An Early Codex of the Torah, Palestine or Middle East, probably ninth century. Exodus 20
This thousand-year-old document is one of the oldest surviving examples of a Hebrew Bible codex – a manuscript written in book form rather than a scroll – and includes information from early scholars on how to pronounce and read out the sacred text.
This codex is an early form of the masoretic text, compiled by Aaron Ben Asher, a 10th-century scholar from Tiberias, Palestine. The Masorah is a body of rules of pronunciation, spelling and intonation of the biblical text, intended to preserve it and transmit it correctly. Ben Asher’s text is considered to be the most authoritative version of the Hebrew masoretic Bible.
The exhibited page contains the Ten Commandments (Exodus 20), one of the earliest codes of religious and moral precepts. According to Jewish (and also Islamic and Christian) tradition, the Commandments were carved by God on two stone tablets and given to Moses on Mount Sinai some 3000 years ago. They assert the uniqueness of God, and forbid such things as theft, adultery, murder and lying. In all, Jewish teaching as recorded in the Torah includes 613 commandments. Different Christian and Jewish traditions have different wordings and groupings for the Ten Commandments (which actually include 14 or 15 statements).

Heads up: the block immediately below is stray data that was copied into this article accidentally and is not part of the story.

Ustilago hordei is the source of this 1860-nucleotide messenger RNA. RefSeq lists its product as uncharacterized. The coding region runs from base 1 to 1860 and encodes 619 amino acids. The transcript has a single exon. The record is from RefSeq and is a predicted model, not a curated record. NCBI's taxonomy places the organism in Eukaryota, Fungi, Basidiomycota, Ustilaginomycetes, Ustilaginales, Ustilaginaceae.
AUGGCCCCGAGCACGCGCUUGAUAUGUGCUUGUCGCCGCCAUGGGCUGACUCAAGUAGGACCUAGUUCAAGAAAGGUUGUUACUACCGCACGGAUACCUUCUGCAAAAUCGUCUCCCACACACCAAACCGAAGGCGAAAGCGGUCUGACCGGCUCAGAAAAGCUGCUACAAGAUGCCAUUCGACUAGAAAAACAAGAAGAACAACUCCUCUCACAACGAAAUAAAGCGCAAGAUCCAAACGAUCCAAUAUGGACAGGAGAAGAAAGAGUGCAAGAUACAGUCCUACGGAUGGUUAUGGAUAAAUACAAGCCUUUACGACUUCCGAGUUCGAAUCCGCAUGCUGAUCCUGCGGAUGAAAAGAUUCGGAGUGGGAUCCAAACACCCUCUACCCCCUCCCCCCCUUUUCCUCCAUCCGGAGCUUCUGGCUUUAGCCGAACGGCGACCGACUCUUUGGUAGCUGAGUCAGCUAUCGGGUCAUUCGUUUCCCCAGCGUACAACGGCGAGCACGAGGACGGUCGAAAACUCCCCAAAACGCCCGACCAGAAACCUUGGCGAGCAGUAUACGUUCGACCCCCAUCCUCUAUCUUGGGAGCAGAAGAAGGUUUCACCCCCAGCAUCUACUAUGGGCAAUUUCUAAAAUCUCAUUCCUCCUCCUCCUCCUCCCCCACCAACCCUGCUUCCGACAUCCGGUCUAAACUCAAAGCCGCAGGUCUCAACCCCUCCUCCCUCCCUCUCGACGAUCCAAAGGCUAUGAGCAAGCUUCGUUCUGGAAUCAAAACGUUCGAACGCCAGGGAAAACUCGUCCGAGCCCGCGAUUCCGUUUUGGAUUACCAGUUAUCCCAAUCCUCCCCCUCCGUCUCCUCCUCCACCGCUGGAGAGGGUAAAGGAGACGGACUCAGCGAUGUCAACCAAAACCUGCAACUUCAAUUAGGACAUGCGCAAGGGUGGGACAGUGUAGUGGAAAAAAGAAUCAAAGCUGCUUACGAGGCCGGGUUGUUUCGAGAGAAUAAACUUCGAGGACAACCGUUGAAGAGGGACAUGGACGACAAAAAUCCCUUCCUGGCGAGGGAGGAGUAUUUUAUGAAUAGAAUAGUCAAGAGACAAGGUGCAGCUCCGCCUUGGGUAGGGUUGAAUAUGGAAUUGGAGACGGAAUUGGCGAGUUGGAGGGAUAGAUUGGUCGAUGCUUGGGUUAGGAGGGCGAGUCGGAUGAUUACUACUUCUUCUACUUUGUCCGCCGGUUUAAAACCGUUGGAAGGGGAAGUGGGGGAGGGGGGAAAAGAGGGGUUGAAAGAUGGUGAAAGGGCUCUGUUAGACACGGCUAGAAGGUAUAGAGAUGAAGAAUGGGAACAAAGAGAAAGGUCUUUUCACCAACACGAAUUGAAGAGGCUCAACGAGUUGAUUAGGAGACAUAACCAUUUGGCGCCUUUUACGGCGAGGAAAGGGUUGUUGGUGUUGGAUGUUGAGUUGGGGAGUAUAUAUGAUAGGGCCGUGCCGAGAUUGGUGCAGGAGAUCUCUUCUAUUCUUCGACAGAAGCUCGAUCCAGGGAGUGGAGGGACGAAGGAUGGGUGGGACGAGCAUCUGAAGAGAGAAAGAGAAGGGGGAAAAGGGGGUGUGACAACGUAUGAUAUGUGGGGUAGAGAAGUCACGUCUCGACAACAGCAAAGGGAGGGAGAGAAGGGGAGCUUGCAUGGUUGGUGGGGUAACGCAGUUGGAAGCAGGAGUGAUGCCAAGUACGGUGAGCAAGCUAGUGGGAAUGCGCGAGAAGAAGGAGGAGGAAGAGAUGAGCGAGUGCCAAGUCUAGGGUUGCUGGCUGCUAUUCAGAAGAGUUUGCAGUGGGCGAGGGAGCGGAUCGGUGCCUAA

In this manuscript, the sacred text was copied in three columns in a beautiful Hebrew vocalised (with vowels) square script. The Masorah was added in the margins and between the text columns in smaller unvocalised script (without vowels).